Employers must be ready for exchangesNews added by Benefits Pro on June 29, 2012
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By Amanda McGrory

As the Supreme Court ruled 5-4 to uphold the health care reform law, the various mandates are continuing to move forward, and employers need to be ready for the effects. Specifically, the health care exchange system will be a major change that employers must be ready to deal with, says Lee Doble, CLU, CEBS, managing director of Frank Crystal & Company.

“Smaller employers, which are those with fewer than 50 employees in most states and up to a 100 in other states, will see reduced flexibility in terms of plan offerings and in choices of carriers,” Doble says. “This is partially because of the SBC requirement, partially because of the health care exchanges being established and partially because the medical-loss ratio requirement that has caused many insurance carriers that focused on the smaller-employer market to withdraw out of the market altogether.”

Large employers could see some implications of the health care exchange system, too, Doble says. In his view, more large employers will offer multiple options. Of these options, the more modest will be designed to promote compliance along with the minimum essential coverage and the affordability requirements.

“If you had been offering a limited benefit plan, sometimes called a mini-med plan, you need to prepare to be offering an affordable benefit plan meeting the minimal essential coverage standards as those plans will not qualify to avoid penalties in the future,” Doble says.

Even voluntary insurance will be affected by the health care exchange system, Doble says. Life and disability insurance, for instance, will not be available through the health care exchange system, but employers will have a chance to offer those products on the private side.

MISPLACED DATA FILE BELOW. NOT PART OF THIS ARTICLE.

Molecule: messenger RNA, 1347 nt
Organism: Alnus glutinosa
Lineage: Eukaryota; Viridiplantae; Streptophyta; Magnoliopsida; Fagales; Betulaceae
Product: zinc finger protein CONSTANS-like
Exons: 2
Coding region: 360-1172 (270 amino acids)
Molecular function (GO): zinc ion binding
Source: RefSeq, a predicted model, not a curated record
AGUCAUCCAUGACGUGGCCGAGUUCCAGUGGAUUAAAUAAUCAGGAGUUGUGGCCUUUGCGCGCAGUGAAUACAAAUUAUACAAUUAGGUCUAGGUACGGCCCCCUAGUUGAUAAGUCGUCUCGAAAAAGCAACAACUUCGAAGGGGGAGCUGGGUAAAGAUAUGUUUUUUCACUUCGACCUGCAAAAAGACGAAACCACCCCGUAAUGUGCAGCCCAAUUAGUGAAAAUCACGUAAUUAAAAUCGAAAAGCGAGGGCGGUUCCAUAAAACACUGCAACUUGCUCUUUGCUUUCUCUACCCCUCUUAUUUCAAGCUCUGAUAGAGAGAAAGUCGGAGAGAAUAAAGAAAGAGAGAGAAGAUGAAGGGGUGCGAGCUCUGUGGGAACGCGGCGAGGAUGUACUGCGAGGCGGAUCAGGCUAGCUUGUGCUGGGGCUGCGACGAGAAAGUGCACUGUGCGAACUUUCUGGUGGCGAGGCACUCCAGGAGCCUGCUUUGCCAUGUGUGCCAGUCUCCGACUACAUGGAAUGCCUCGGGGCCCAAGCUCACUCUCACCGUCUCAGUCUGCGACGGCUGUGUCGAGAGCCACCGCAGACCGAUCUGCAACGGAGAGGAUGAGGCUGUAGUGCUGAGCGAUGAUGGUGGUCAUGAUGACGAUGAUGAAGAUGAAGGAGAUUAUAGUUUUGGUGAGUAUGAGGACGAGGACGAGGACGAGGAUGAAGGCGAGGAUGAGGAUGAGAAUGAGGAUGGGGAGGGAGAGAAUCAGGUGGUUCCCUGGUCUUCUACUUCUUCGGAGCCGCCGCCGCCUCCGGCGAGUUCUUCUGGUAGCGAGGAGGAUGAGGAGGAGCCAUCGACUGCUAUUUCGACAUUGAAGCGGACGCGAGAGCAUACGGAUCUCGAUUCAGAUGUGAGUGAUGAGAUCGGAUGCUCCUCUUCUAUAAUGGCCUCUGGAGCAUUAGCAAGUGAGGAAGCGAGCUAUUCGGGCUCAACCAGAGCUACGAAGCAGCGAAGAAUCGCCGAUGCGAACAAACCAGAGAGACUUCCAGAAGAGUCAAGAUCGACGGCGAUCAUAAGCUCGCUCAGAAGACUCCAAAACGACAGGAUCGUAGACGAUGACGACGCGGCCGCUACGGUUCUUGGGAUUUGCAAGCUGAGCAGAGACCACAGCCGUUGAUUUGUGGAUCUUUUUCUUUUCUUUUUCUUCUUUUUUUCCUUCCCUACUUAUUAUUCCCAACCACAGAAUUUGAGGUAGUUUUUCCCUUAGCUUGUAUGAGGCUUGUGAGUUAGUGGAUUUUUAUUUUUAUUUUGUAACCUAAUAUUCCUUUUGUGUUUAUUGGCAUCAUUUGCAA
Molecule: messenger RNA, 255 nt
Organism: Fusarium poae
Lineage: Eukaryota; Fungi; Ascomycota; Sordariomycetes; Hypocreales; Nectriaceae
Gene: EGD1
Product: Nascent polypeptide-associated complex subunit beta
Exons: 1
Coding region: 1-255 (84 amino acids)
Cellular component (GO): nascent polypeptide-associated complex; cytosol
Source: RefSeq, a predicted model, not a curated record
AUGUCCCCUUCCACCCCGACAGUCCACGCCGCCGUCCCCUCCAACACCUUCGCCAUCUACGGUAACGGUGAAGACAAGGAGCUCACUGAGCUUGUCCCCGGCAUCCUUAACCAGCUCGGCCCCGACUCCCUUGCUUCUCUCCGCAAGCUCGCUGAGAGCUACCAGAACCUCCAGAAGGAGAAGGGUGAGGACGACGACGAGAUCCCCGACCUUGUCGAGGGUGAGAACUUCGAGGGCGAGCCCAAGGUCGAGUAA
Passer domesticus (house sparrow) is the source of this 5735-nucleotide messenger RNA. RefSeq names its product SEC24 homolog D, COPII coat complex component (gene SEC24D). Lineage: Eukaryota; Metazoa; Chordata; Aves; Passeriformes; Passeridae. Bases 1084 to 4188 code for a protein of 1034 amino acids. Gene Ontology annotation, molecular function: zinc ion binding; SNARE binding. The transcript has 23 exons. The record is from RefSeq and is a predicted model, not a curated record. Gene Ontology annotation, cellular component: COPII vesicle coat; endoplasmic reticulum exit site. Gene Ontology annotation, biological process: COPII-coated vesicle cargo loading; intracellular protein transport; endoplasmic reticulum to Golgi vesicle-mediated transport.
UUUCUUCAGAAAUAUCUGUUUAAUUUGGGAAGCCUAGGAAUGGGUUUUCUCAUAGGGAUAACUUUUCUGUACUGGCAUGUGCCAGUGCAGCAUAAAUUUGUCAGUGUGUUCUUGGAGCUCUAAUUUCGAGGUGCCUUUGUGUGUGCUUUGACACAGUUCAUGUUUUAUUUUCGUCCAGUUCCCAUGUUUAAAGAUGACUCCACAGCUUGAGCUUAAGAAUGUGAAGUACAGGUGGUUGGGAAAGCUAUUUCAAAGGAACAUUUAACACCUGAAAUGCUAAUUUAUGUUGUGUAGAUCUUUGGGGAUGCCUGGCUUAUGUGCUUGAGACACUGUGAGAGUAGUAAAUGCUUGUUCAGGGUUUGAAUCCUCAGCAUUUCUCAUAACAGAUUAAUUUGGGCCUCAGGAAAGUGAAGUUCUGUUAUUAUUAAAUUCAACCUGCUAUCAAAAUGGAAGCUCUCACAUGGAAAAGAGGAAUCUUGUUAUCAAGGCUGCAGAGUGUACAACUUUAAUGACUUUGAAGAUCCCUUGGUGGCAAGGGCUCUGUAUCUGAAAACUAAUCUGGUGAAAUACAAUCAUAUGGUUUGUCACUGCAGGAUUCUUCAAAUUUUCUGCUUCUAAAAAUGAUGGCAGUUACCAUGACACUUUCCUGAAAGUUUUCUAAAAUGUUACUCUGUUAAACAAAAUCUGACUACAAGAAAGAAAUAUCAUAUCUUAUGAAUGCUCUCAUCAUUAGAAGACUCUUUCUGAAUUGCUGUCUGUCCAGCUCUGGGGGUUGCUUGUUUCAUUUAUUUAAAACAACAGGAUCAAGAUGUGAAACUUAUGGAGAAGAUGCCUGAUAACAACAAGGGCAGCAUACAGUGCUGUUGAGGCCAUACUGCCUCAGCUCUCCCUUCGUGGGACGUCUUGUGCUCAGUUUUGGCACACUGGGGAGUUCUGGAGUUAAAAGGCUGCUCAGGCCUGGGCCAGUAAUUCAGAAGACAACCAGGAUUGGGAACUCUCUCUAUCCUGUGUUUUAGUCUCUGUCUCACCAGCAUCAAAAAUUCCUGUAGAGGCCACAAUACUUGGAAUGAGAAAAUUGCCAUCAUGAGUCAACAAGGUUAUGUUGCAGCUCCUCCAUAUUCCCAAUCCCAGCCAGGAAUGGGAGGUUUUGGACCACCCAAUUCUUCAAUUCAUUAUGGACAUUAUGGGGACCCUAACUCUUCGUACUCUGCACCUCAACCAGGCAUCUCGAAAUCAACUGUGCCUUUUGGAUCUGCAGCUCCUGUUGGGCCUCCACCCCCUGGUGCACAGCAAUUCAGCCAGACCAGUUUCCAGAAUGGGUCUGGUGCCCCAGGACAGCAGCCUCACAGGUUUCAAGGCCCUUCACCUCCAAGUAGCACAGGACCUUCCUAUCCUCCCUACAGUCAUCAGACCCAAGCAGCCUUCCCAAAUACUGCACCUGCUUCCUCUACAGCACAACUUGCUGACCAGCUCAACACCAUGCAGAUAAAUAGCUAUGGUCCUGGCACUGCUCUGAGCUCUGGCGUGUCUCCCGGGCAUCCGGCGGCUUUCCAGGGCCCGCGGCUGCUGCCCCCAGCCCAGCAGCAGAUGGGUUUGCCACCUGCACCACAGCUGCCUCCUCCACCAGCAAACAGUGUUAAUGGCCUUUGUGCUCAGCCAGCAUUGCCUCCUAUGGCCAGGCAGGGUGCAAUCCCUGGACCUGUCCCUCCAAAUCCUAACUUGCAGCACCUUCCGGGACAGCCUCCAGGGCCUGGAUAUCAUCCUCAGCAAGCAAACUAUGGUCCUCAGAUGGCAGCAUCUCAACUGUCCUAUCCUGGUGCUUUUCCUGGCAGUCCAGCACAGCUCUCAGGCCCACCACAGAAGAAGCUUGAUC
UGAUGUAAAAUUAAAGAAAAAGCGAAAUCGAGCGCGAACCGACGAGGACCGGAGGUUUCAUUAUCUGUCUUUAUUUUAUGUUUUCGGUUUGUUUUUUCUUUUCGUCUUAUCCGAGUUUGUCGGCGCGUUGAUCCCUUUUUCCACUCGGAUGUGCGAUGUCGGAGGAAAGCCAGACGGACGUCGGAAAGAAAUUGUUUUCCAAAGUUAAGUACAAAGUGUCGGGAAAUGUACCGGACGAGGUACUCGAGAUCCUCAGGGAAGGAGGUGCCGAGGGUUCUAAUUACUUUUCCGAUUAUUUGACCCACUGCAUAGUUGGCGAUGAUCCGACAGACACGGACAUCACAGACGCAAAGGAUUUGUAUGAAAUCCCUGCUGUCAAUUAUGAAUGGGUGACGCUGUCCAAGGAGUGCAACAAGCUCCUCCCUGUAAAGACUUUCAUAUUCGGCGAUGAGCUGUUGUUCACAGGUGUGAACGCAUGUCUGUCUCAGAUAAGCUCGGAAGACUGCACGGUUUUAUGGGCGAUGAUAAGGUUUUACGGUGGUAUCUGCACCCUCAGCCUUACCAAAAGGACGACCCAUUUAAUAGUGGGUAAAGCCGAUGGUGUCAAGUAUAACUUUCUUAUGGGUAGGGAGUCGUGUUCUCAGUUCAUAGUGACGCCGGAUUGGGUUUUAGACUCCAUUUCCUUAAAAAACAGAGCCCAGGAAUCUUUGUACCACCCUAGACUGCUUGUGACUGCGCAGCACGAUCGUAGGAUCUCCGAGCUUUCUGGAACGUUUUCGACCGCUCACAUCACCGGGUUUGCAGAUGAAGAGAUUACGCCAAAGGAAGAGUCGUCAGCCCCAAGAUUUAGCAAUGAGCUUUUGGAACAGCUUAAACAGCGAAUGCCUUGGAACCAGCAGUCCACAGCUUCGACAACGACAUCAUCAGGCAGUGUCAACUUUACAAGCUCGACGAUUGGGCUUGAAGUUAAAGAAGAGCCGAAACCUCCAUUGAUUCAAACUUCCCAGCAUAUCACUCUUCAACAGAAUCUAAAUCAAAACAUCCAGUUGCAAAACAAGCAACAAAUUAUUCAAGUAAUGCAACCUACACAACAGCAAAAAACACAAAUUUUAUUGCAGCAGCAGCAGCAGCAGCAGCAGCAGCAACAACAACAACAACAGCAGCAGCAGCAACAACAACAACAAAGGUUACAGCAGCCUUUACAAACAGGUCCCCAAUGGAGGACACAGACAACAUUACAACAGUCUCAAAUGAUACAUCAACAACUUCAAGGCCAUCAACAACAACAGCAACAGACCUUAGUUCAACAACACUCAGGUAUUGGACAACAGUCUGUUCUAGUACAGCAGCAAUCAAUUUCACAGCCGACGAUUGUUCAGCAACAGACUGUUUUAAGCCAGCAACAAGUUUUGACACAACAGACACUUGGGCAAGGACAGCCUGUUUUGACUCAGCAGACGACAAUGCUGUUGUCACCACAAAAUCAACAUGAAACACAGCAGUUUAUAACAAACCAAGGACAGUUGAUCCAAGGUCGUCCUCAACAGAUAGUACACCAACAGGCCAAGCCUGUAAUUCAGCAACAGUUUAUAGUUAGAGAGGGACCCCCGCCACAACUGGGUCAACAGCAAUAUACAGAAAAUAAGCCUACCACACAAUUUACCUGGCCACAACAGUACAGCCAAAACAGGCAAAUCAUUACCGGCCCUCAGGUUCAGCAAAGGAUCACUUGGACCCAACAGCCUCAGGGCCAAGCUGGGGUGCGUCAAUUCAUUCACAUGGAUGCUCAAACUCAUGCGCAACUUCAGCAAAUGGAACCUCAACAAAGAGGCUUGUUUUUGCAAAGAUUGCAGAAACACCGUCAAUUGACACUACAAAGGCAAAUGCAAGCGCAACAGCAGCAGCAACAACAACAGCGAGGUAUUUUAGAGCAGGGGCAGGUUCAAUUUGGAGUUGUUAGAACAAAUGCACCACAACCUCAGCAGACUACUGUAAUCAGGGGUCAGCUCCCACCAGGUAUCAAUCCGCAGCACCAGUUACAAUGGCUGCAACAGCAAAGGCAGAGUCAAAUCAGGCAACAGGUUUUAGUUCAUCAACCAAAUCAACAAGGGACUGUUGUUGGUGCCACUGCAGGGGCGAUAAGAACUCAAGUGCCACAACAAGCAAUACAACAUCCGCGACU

“A big driver of the private exchanges will be the ability of employers to provide other insurance products, such as life and disability, alongside the medical plan offerings,” Doble says. “Life and disability won’t be available through the health care exchange, and we will probably move toward a defined-contribution model similar to what has happened to pensions and savings.”

Along with the health care exchange, there will be a special feature allowing for catastrophic plans to be available to individuals under the age of 30, who might otherwise risk the penalties for not purchasing coverage, Doble says. In addition, employers can consider offering a standalone dental plan as a health plan offering coverage outside the exchange must offer the same plan and premium as inside the exchange.

“But this requirement won’t prevent additional products being offered, especially to employers who don’t qualify for purchase of coverage during the exchange,” Doble says. “So there’s much for employers to do in the next few months.”

Originally published on BenefitsPro.com
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